Strong Black woman. Man, I have so many memories of grade school and Black History Month; the little posters taped to the classroom walls for a month, the book reports and the coating of sugar on the legacies of dozens of fighters for justice. It was all entrenched in a message that freedom is good, slavery and oppression: bad. All my grade school teachers were Italian, I think. Or Polish. Definitely white.

I wonder why whenever they taught us about Harriet Tubman none of them offered to us impressionable youngsters something to the effect: “This was a strong Black woman, guys.”

I’m not sure we understood it via the passages in our Houghton Mifflin textbooks, or the TV documentaries.

So, I offer you here, the strong Black Woman that was Harriet Tubman. This ancestor’s spirit continues to inspire the oppressed and she wasn’t only a voice for Black folks, but for women, period. Listen to Maya Angelou, in her authoritative baritone read about the woman who helped free slaves via the Underground Railroad with a bounty on her head.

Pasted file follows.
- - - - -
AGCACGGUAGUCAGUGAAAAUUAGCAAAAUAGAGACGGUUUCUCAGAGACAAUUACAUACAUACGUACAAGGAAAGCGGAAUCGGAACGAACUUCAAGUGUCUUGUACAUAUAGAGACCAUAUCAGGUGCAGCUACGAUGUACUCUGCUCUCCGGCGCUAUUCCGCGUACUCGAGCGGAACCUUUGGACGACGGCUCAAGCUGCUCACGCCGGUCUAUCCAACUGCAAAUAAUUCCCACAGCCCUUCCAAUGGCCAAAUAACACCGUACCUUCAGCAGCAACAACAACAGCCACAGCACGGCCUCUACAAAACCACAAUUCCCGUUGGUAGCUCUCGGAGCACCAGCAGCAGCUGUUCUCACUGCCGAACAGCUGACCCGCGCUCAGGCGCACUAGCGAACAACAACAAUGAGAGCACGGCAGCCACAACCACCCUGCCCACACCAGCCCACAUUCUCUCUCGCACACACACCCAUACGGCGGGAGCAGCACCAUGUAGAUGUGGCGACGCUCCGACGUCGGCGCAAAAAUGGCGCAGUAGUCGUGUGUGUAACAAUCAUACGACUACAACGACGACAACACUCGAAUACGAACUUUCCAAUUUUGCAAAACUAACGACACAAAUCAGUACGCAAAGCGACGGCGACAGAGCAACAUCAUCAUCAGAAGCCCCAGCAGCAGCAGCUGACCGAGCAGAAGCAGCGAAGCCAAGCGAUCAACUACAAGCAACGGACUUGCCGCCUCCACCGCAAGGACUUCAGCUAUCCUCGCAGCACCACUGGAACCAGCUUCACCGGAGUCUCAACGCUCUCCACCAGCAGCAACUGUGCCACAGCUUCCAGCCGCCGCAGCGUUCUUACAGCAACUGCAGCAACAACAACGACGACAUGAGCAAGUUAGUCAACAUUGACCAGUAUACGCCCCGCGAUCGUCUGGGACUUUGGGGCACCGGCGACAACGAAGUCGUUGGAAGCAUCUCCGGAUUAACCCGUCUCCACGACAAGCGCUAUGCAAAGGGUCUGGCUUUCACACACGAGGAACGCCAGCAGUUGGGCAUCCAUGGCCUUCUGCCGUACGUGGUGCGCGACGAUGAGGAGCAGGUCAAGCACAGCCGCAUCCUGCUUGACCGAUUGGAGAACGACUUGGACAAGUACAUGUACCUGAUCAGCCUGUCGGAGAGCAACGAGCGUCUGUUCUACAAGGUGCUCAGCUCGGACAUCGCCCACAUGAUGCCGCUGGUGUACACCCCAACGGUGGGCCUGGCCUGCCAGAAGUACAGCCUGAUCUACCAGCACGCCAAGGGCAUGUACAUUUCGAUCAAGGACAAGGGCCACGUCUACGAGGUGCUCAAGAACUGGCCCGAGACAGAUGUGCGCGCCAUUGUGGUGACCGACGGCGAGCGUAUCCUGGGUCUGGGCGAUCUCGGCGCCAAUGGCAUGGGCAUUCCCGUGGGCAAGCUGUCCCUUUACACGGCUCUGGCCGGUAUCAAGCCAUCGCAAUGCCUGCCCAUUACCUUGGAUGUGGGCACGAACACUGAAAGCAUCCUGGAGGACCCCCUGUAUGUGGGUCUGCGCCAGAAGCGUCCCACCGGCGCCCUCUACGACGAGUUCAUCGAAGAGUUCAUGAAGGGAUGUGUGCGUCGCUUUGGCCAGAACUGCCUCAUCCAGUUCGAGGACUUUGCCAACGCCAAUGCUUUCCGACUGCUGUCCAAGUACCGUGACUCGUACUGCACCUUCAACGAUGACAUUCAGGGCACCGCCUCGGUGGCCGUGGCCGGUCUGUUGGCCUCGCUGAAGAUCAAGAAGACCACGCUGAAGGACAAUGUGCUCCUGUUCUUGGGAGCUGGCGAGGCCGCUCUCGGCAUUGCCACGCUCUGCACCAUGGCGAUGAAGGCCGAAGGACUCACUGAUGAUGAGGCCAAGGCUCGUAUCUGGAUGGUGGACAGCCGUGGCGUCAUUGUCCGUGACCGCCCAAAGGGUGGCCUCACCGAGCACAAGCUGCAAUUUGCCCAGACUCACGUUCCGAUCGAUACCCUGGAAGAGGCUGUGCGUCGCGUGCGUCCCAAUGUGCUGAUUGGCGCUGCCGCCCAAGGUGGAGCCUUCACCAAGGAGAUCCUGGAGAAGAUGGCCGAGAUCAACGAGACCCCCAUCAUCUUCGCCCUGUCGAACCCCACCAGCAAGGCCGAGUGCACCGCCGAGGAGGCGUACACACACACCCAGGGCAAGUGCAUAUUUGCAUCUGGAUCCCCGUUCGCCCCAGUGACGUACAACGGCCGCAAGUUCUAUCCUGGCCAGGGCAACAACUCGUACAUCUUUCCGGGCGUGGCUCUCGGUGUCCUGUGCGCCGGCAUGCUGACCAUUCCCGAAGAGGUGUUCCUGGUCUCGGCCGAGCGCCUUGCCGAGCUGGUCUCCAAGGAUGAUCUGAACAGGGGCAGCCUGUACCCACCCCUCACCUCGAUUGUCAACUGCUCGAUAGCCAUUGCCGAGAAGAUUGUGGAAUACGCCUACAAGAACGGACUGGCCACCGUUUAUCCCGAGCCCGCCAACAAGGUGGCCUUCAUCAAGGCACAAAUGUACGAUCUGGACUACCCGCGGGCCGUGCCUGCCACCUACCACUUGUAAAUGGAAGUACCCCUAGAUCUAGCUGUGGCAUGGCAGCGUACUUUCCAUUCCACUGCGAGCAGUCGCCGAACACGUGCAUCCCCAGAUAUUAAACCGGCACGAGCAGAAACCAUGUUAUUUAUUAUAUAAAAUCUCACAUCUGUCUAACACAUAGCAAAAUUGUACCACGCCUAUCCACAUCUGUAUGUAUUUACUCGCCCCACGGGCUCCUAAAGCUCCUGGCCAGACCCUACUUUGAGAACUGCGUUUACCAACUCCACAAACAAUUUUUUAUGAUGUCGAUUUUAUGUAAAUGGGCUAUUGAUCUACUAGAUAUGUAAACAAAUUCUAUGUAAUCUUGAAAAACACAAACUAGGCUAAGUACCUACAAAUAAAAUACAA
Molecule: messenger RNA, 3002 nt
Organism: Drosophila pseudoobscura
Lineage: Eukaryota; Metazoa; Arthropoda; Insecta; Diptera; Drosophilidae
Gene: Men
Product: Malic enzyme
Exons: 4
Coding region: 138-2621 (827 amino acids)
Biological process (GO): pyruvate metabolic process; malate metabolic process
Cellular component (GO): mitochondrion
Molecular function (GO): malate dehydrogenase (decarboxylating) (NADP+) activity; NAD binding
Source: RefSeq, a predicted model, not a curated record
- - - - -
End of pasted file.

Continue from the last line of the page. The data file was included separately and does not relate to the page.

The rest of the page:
Via The National Women’s History Project:

Fugitive Slave, Rescuer of Slaves
Tubman was born into slavery in Maryland. In 1849, she fled to Philadelphia but returned to Maryland the next year to begin the first of many Underground Railroad trips to lead family and friends to freedom using caution, skill, and subterfuge. Some passengers she escorted to Canada. In the Civil War, Tubman was a spy and scout for the Union in the Sea Islands. In 1896, she spoke at the convention of the American National Woman Suffrage Association convention.


For the pop culture treatment of Tubman’s legacy, check these out:






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